Minnesota Senator plans to introduce sports betting bill
State senator Jeremy Miller has unveiled details of its proposal.
US.- After several attempts, state senator Jeremy Miller has said he will make another push to legalise sports betting in Minnesota. The last effort to legalise the activity failed last year because of differences between House and Senate proposals.
Miller said: “It’s time to authorise sports betting in Minnesota. As other states move to authorise sports betting, Minnesota is falling behind.”
He said Minnesota was the only state in the region where it remains entirely illegal to bet on sports. Miller said residents travel across state borders or find “illegal workarounds” to place a bet. He says legalisation will make it “safe, structured, and regulated.”
Miller said he has bipartisan support but had not yet shown his proposal to others because he was finalising the wording of the bill.
“The Minnesota Sports Betting Act is a fair a responsible proposal to authorize sports betting here in Minnesota,” he said. “This proposal is good for the tribes, it’s good for the horse racing tracks, it’s good for the professional sports teams, and most importantly, it’s good for the folks who would like to bet on sports here in Minnesota. This is long overdue and it’s time to get it done!”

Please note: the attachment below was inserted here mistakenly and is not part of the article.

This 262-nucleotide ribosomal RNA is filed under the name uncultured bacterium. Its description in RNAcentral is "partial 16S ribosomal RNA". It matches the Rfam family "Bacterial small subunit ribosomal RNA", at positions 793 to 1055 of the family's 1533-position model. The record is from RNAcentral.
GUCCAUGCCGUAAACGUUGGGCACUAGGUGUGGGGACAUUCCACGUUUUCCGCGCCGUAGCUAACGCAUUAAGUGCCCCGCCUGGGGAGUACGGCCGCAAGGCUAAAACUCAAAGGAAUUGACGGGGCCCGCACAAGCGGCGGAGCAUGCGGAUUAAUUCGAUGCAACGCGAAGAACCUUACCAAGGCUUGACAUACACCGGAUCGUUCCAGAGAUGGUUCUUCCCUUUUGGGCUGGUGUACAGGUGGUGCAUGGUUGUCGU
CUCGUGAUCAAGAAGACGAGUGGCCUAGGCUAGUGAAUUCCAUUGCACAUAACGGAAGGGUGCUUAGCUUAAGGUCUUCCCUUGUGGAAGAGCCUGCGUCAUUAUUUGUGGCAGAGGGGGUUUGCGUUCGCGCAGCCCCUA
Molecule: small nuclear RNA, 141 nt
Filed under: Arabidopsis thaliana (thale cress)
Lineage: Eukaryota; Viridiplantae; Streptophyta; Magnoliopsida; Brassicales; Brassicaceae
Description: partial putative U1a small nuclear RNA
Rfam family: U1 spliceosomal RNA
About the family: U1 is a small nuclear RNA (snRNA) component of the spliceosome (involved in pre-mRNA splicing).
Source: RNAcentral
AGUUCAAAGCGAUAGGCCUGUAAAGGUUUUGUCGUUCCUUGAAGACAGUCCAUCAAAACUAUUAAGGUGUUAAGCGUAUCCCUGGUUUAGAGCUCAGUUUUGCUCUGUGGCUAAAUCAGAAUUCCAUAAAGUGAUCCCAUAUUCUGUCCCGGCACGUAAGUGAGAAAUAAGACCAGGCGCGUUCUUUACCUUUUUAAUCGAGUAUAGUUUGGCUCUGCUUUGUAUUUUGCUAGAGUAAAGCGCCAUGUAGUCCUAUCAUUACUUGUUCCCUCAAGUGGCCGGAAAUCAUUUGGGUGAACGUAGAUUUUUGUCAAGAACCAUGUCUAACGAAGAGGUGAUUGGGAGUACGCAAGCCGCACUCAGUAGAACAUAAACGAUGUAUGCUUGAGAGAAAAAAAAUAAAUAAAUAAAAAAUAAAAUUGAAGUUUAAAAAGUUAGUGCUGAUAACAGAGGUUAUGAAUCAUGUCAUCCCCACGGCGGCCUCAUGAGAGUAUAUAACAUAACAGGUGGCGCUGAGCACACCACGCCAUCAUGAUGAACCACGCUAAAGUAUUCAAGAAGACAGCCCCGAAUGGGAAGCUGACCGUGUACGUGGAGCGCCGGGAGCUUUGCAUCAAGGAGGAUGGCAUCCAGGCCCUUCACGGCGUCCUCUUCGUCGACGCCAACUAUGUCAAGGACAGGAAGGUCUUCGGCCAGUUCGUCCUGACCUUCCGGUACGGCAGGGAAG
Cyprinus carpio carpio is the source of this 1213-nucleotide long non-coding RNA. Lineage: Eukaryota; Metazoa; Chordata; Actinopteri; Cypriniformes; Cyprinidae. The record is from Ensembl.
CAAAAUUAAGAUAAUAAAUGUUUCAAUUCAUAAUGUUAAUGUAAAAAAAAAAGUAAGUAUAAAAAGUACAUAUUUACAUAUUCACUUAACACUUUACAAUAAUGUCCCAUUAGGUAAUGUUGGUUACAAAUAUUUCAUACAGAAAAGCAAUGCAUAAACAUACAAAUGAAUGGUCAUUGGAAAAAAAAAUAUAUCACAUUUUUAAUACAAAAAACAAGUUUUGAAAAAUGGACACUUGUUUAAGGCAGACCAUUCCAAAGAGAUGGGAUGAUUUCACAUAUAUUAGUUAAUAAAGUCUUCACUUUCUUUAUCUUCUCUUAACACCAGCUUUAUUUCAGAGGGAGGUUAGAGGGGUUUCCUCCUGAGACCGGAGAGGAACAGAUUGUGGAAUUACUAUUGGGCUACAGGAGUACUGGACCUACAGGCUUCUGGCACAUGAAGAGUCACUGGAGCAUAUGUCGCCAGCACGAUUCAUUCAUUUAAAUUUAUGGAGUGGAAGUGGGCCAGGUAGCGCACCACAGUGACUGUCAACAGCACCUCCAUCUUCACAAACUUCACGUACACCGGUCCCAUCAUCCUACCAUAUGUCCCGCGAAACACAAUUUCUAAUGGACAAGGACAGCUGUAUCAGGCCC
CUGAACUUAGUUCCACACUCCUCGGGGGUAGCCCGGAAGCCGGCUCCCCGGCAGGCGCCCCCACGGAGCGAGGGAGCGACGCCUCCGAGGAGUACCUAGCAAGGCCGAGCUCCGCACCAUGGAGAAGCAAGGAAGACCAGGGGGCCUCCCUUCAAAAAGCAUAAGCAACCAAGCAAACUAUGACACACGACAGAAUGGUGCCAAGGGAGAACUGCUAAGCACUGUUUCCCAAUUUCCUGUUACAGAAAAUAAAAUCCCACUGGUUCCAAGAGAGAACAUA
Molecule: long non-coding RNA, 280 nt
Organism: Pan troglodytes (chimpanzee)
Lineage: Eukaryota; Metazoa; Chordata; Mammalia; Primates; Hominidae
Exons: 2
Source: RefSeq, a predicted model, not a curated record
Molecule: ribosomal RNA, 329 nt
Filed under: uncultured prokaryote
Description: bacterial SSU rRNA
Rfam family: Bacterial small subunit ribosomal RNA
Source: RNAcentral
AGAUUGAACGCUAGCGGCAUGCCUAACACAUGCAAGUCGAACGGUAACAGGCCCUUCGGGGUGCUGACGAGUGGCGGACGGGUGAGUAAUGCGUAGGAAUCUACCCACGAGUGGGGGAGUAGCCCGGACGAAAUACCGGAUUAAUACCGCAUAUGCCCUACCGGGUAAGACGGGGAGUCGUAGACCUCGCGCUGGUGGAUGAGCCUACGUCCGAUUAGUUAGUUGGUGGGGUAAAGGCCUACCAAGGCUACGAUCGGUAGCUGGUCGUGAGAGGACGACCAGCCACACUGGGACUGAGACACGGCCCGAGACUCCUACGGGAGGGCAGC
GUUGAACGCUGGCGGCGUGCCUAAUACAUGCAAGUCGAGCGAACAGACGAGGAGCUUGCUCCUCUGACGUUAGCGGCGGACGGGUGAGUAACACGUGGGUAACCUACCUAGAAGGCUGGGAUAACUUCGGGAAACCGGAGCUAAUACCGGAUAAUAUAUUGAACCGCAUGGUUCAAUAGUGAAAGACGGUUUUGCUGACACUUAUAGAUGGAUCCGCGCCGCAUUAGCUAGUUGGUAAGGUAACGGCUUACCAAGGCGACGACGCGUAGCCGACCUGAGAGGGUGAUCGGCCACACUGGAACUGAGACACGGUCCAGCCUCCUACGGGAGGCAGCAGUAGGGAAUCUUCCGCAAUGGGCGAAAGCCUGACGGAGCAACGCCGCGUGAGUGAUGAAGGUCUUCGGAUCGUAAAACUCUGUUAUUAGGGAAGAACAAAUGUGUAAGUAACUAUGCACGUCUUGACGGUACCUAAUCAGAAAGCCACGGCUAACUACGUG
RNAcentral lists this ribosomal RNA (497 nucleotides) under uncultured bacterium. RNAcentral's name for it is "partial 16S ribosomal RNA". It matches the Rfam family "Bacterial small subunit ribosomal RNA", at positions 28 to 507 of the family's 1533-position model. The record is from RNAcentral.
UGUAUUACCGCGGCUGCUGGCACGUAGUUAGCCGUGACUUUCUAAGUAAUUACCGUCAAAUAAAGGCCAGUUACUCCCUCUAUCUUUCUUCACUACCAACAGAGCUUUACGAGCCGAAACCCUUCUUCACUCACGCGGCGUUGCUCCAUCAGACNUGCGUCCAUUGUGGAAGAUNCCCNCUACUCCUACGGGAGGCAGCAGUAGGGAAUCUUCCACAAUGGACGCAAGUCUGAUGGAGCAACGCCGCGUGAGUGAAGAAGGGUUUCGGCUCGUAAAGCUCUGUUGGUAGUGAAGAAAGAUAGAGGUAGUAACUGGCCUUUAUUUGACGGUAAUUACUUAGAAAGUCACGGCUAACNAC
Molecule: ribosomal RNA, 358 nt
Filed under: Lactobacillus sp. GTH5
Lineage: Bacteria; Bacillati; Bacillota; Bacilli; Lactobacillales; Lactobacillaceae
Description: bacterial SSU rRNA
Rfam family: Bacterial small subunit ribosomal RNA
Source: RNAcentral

Miller’s bill would allow in-person sports betting at casinos for Minnesota’s 11 Native American tribes. Each tribe would also have the option for online gaming.
The tribes “would also have the option to receive one partnership mobile licence, allowing them to partner with a Minnesota professional sports team or a horse racing track to conduct mobile sports betting. The tribes could utilise the primary mobile licence, the partnership mobile licence, or both,” according to the news release.
In person sports betting would be allowed at Minnesota’s two horse racing tracks: Canterbury Park in Shakopee and Running Aces in Columbus. The bill would also allow on-site betting for Minnesota sports teams and temporary licences for big sporting events, such as the Super Bowl, Final Four, Big Ten Championships, PGA events and WWE events.
Tax revenue from legalised sports betting would be divided as follows: 25 per cent for tax relief for charities, 25 per cent for mental health and problem gambling support, 25 per cent for major sporting events, and 25 per cent for grants to support youth sports throughout the state.